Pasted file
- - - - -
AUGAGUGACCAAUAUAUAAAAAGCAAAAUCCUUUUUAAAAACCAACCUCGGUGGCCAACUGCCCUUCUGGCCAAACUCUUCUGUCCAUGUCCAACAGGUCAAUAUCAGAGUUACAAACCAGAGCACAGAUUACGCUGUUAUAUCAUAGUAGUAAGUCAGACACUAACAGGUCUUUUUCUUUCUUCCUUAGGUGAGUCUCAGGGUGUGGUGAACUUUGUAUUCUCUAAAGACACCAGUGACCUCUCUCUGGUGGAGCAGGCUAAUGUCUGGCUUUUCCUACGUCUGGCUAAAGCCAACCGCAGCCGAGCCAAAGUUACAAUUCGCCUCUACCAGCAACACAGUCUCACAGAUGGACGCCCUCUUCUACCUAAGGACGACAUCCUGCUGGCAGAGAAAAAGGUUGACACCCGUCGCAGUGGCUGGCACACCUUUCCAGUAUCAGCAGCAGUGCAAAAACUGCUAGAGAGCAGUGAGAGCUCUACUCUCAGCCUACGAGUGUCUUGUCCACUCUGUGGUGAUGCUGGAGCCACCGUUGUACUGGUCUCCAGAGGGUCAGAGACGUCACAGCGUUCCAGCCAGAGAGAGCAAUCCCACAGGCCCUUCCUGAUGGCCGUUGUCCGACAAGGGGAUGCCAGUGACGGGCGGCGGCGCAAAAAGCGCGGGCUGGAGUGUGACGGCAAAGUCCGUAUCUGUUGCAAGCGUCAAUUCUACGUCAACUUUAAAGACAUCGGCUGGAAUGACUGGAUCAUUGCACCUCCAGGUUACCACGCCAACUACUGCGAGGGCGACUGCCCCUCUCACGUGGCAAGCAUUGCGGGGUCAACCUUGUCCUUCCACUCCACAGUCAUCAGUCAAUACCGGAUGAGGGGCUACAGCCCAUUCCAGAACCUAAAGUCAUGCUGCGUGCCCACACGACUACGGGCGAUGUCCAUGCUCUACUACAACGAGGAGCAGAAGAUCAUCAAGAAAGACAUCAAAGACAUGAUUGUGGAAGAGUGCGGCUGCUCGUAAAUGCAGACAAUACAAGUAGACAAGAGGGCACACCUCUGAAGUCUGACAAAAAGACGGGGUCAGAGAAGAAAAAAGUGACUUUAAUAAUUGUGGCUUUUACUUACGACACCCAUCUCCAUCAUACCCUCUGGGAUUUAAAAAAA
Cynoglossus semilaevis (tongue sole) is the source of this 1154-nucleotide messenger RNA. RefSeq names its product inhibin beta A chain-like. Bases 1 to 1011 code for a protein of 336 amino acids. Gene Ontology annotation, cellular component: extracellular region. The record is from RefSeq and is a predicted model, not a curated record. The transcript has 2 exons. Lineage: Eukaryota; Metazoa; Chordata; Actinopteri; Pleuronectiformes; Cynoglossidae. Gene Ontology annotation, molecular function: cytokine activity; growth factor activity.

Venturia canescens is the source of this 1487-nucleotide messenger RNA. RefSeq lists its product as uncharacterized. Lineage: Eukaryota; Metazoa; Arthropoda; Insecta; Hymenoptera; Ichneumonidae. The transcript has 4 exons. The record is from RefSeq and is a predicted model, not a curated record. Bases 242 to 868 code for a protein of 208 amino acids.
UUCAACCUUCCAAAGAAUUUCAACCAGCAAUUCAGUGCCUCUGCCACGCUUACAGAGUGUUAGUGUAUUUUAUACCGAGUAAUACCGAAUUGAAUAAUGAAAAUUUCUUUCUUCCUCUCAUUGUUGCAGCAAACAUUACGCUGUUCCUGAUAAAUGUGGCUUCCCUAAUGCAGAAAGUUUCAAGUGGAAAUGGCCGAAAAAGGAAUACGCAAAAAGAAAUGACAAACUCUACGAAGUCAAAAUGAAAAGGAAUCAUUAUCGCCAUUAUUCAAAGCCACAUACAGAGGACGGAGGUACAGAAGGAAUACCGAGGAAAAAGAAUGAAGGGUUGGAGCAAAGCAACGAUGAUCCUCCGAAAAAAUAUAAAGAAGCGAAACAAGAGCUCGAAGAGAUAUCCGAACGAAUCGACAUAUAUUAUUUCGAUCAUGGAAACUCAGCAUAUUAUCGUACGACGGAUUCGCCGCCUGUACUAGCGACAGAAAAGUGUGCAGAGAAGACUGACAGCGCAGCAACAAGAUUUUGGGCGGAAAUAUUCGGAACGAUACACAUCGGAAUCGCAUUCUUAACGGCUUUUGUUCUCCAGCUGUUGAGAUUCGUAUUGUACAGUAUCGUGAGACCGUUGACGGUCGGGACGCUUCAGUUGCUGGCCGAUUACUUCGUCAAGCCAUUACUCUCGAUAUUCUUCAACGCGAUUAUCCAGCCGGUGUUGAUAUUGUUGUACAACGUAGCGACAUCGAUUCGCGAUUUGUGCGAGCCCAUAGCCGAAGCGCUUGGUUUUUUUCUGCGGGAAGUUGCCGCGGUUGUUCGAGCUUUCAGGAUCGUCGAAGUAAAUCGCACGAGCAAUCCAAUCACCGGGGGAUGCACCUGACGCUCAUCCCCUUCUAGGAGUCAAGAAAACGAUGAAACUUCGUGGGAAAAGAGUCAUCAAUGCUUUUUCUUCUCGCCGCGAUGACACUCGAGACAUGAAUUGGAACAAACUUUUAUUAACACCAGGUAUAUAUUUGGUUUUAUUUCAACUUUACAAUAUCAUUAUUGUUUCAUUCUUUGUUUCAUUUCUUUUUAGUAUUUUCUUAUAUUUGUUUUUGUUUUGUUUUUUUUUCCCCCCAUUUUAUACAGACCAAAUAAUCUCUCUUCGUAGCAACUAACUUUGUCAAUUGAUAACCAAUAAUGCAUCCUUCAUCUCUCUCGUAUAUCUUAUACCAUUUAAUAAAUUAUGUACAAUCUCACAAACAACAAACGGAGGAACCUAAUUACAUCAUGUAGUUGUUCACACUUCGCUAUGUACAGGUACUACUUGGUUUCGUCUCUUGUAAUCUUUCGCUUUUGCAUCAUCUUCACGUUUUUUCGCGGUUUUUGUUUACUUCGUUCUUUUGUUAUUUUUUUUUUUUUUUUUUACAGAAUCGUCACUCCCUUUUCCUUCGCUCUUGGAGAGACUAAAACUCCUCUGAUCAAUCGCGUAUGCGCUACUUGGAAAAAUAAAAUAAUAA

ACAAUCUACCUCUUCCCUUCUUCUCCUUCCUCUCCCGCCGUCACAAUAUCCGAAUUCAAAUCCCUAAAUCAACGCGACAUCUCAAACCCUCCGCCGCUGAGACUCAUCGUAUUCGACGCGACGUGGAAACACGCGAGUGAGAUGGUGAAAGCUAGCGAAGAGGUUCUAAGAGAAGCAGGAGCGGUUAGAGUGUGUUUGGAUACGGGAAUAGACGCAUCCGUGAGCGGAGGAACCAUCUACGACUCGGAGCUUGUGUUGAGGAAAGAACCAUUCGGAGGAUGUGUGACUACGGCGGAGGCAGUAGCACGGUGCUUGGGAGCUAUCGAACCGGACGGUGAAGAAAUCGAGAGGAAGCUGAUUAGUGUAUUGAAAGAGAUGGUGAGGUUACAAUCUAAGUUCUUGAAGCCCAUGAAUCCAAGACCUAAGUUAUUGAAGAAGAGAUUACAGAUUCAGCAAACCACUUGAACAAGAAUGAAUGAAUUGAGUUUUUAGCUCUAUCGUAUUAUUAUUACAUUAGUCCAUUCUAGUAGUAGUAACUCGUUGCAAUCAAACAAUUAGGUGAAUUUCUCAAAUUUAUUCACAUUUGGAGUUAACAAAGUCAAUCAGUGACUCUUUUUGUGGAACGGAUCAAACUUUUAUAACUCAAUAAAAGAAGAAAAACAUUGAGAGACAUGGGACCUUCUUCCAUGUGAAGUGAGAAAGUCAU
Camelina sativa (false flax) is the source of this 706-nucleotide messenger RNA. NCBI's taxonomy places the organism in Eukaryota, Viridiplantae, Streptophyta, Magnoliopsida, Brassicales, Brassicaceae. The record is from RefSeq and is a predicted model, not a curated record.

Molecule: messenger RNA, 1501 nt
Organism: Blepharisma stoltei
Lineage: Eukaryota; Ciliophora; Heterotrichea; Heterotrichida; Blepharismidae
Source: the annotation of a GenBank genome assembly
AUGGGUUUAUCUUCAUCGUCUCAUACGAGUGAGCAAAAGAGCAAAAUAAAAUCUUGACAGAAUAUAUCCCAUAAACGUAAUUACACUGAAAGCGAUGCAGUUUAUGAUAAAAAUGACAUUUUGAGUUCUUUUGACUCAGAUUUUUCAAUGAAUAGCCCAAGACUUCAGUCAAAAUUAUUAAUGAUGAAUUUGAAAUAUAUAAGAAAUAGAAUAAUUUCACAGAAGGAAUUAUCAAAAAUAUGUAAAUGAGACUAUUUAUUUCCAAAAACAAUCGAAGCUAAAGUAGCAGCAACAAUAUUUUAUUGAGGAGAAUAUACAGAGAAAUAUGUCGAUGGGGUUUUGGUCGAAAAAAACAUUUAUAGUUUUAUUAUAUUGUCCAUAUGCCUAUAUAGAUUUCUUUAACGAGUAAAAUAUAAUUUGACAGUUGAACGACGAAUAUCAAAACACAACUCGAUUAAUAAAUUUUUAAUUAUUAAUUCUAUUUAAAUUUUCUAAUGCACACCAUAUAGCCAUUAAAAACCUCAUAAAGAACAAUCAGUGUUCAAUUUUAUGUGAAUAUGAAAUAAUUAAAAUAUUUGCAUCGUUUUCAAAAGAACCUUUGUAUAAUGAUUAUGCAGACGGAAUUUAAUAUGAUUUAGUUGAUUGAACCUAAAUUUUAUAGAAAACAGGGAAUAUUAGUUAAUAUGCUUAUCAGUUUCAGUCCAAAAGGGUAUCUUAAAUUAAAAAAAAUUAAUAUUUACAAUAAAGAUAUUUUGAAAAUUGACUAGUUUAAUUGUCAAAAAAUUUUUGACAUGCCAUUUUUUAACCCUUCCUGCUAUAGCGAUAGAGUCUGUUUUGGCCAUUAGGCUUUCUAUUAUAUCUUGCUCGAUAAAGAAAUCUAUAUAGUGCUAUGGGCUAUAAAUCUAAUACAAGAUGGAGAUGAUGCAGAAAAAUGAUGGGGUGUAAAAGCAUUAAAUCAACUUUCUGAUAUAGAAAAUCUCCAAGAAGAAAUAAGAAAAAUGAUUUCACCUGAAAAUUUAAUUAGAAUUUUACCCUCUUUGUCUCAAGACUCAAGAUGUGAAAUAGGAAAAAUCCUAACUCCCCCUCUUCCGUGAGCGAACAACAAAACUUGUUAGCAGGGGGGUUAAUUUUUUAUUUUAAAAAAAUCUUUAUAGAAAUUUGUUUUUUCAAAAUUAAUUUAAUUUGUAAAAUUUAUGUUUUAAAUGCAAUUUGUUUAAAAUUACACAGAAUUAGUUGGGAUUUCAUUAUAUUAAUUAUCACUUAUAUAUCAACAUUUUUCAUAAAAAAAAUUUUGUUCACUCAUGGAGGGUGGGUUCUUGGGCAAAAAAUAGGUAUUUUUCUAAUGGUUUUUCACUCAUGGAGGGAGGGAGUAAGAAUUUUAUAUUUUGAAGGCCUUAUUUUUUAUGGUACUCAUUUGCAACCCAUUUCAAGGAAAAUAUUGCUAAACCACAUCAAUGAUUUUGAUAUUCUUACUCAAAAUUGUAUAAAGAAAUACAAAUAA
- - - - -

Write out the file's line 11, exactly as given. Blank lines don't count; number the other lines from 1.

AUGGGUUUAUCUUCAUCGUCUCAUACGAGUGAGCAAAAGAGCAAAAUAAAAUCUUGACAGAAUAUAUCCCAUAAACGUAAUUACACUGAAAGCGAUGCAGUUUAUGAUAAAAAUGACAUUUUGAGUUCUUUUGACUCAGAUUUUUCAAUGAAUAGCCCAAGACUUCAGUCAAAAUUAUUAAUGAUGAAUUUGAAAUAUAUAAGAAAUAGAAUAAUUUCACAGAAGGAAUUAUCAAAAAUAUGUAAAUGAGACUAUUUAUUUCCAAAAACAAUCGAAGCUAAAGUAGCAGCAACAAUAUUUUAUUGAGGAGAAUAUACAGAGAAAUAUGUCGAUGGGGUUUUGGUCGAAAAAAACAUUUAUAGUUUUAUUAUAUUGUCCAUAUGCCUAUAUAGAUUUCUUUAACGAGUAAAAUAUAAUUUGACAGUUGAACGACGAAUAUCAAAACACAACUCGAUUAAUAAAUUUUUAAUUAUUAAUUCUAUUUAAAUUUUCUAAUGCACACCAUAUAGCCAUUAAAAACCUCAUAAAGAACAAUCAGUGUUCAAUUUUAUGUGAAUAUGAAAUAAUUAAAAUAUUUGCAUCGUUUUCAAAAGAACCUUUGUAUAAUGAUUAUGCAGACGGAAUUUAAUAUGAUUUAGUUGAUUGAACCUAAAUUUUAUAGAAAACAGGGAAUAUUAGUUAAUAUGCUUAUCAGUUUCAGUCCAAAAGGGUAUCUUAAAUUAAAAAAAAUUAAUAUUUACAAUAAAGAUAUUUUGAAAAUUGACUAGUUUAAUUGUCAAAAAAUUUUUGACAUGCCAUUUUUUAACCCUUCCUGCUAUAGCGAUAGAGUCUGUUUUGGCCAUUAGGCUUUCUAUUAUAUCUUGCUCGAUAAAGAAAUCUAUAUAGUGCUAUGGGCUAUAAAUCUAAUACAAGAUGGAGAUGAUGCAGAAAAAUGAUGGGGUGUAAAAGCAUUAAAUCAACUUUCUGAUAUAGAAAAUCUCCAAGAAGAAAUAAGAAAAAUGAUUUCACCUGAAAAUUUAAUUAGAAUUUUACCCUCUUUGUCUCAAGACUCAAGAUGUGAAAUAGGAAAAAUCCUAACUCCCCCUCUUCCGUGAGCGAACAACAAAACUUGUUAGCAGGGGGGUUAAUUUUUUAUUUUAAAAAAAUCUUUAUAGAAAUUUGUUUUUUCAAAAUUAAUUUAAUUUGUAAAAUUUAUGUUUUAAAUGCAAUUUGUUUAAAAUUACACAGAAUUAGUUGGGAUUUCAUUAUAUUAAUUAUCACUUAUAUAUCAACAUUUUUCAUAAAAAAAAUUUUGUUCACUCAUGGAGGGUGGGUUCUUGGGCAAAAAAUAGGUAUUUUUCUAAUGGUUUUUCACUCAUGGAGGGAGGGAGUAAGAAUUUUAUAUUUUGAAGGCCUUAUUUUUUAUGGUACUCAUUUGCAACCCAUUUCAAGGAAAAUAUUGCUAAACCACAUCAAUGAUUUUGAUAUUCUUACUCAAAAUUGUAUAAAGAAAUACAAAUAA